Geert Hofstede's Research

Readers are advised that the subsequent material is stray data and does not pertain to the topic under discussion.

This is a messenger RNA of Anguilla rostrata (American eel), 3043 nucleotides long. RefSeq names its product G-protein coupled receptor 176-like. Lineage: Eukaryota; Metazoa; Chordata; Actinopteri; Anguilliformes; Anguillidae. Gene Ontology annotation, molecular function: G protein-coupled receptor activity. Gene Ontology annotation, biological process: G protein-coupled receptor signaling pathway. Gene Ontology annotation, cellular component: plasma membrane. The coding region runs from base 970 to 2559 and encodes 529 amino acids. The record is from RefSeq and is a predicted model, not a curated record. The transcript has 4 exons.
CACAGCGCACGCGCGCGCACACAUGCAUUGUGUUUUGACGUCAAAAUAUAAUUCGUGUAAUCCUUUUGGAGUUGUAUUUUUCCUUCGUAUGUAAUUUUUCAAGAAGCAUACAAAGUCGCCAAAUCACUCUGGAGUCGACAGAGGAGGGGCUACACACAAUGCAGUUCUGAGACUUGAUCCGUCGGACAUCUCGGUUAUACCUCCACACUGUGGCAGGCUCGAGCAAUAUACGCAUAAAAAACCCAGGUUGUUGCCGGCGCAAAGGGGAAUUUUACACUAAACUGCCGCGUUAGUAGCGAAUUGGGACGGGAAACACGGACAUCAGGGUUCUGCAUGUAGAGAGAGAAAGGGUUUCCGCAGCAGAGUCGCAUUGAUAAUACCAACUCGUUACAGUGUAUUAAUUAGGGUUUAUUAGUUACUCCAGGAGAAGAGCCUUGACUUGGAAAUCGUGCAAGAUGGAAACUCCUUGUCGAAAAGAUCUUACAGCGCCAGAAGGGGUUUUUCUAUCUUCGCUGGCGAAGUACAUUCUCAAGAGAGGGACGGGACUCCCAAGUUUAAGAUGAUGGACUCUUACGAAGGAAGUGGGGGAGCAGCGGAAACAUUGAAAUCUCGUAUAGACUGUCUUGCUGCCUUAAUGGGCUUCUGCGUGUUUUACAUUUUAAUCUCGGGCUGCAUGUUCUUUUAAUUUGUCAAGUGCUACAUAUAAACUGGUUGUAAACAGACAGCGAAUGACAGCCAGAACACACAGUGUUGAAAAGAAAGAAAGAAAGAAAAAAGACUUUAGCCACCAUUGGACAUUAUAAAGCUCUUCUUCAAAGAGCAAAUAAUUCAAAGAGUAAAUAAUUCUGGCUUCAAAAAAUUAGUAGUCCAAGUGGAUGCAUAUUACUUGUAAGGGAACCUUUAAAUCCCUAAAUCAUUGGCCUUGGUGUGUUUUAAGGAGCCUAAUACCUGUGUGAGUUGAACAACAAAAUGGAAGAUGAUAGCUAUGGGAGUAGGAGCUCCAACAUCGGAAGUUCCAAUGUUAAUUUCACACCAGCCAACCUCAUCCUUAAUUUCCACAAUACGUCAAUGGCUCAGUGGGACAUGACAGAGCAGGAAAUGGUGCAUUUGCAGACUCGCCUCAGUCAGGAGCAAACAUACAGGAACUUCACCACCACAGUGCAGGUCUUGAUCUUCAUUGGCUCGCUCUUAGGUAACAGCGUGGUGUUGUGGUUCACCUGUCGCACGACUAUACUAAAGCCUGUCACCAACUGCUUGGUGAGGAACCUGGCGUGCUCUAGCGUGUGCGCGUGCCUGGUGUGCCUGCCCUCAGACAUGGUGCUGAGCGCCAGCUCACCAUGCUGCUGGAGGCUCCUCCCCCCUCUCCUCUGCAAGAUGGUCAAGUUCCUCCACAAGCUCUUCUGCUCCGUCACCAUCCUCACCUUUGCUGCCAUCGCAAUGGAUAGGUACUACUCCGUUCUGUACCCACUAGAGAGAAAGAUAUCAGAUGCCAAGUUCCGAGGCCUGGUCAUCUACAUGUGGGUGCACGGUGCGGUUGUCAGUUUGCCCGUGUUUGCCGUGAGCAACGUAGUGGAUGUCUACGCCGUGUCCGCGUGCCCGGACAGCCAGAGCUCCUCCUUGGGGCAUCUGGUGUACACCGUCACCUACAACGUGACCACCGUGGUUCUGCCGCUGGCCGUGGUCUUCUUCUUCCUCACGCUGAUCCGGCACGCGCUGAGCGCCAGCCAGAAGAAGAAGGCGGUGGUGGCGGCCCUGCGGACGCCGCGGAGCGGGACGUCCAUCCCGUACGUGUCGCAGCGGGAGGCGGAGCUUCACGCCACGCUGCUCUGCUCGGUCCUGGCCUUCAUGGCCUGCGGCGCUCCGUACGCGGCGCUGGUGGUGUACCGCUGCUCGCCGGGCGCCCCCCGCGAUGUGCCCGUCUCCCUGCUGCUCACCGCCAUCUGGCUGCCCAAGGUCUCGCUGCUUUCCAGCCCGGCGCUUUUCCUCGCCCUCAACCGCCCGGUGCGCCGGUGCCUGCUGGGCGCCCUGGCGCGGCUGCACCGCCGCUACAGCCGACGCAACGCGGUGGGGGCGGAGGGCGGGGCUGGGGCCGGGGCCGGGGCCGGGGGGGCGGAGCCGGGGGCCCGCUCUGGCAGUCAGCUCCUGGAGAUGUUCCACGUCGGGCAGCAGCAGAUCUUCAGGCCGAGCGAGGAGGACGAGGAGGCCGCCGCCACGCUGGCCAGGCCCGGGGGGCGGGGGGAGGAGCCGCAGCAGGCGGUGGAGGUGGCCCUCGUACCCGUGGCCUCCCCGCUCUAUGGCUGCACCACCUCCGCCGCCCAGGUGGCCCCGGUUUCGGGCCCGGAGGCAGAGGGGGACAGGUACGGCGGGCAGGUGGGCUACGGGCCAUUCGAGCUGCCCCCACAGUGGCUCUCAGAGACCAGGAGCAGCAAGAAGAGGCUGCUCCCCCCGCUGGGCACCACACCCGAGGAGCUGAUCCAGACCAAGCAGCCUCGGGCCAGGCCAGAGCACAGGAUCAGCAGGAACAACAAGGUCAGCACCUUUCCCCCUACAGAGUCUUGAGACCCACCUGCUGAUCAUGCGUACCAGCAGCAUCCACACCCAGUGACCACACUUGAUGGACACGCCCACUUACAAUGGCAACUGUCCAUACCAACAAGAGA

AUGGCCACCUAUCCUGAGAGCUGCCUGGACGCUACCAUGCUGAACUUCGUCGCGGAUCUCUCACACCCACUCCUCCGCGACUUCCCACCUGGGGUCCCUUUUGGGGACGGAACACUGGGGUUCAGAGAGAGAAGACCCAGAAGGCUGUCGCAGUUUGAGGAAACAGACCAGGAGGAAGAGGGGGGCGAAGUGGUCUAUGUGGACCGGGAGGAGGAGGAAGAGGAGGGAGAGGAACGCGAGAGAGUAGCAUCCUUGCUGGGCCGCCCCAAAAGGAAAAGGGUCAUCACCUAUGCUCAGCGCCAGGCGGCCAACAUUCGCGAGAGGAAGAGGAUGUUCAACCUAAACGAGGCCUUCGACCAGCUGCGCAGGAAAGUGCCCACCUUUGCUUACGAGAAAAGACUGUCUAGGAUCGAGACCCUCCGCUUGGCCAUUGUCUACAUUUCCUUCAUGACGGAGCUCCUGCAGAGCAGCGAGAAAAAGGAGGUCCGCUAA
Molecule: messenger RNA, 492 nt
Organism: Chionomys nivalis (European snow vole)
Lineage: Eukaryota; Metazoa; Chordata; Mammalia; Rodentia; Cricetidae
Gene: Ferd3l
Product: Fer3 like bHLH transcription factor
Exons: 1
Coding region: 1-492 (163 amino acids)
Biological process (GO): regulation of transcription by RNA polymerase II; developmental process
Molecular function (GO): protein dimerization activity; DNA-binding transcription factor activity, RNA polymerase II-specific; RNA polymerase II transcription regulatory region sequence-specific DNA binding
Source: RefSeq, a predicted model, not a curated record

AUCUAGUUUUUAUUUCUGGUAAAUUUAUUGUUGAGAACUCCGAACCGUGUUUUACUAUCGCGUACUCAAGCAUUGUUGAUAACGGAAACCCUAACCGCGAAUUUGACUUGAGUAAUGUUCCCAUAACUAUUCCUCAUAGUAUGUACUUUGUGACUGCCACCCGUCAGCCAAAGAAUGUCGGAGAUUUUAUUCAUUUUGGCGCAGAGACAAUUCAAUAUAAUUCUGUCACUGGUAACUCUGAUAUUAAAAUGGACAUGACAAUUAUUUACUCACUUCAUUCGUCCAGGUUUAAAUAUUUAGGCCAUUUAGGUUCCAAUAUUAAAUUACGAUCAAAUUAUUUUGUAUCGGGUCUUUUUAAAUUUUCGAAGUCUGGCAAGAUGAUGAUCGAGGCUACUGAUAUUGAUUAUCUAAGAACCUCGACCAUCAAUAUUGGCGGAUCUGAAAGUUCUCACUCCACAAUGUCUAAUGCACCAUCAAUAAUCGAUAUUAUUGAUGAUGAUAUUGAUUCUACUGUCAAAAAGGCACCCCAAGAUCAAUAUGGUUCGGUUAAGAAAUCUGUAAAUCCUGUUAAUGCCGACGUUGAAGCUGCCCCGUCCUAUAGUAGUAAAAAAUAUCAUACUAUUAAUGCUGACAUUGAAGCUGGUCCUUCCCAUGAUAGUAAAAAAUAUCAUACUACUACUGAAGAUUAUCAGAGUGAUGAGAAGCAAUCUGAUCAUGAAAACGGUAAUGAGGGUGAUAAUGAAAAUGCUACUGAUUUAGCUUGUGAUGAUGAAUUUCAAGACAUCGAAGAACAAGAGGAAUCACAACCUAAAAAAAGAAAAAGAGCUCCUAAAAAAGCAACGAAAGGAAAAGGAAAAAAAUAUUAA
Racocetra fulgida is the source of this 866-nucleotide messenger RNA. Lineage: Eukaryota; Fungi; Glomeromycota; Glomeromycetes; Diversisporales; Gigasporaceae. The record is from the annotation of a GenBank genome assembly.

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Geert Hofstede’s research in this area has been largely accepted as the standard for understanding culture within nations for study in many different disciplines including sociology and management research, among others. His studies because of their vastness in scale, gathering data from more than ”60,000 respondents in seventy different countries,” makes his research extremely reliable and foundational to research in this area (Hofstede, 1984, 1991, 2001).” Based on his research, Hofstede prescribed five dimensions for understanding international differences and similarities of culture, taking into account many macro and micro-level factors affecting culture, like ”demographic, goegraphic, economic and political aspects of society (Kale and Barnes, 1992).” The five dimentstions described by Hofstede are: Individual-collectivism, Uncertainty avoidance, Power distance, Feminitiy-masculinity, and Long-term orientation. • Individualism-collectivism is used to describe relationships found within each culture that either only concern themselves with their own individual concerns versus cultures that produce a collective culture where loyalty resides within a particular group within the culture. • Uncertainty avoidance describes cultural behavior which depends on a set of rules to determine or guide cultural behavior. Within this group, individuals within this culture feel ”threatened by uncertainty and ambiguity and try to avoid these situations (Hofstede, 1991: 113).” • Power distance defines the influence of power dynamics within a culture or family that shows the ”consequences of power inequality and authority relations in a society (Soares, Farhangmehr, & Shoham, 2007).” • Masculinity-feminity defines countries as either femin... ... middle of paper ... ...els have been criticized by many, including Hofstede. Hofstede questioned the applicability of Trompenaa’rs work considering its focus on managerial behavior based on organizational relationship models in the U.S., saying, ”A serious shortcoming of Tromenaar’s data bank which no professional analysis can correct is its evident lack of content validity,” while other critics of Trompenaar’s research say his research is faulty due to ”cultural biases and base assumptions (Minko, 2011) (St. Claire-Ostwald, 2007) (Agents2Change, 2012).” Even with these shortcomings, businesses continue to use these models for insight into cultural differences and how they affect management culture and behavior. There are several websites that incorporate Trompenaars’ seven dimensions model for asses-sing culture, including HR culture, business culture, and business coaching tools.
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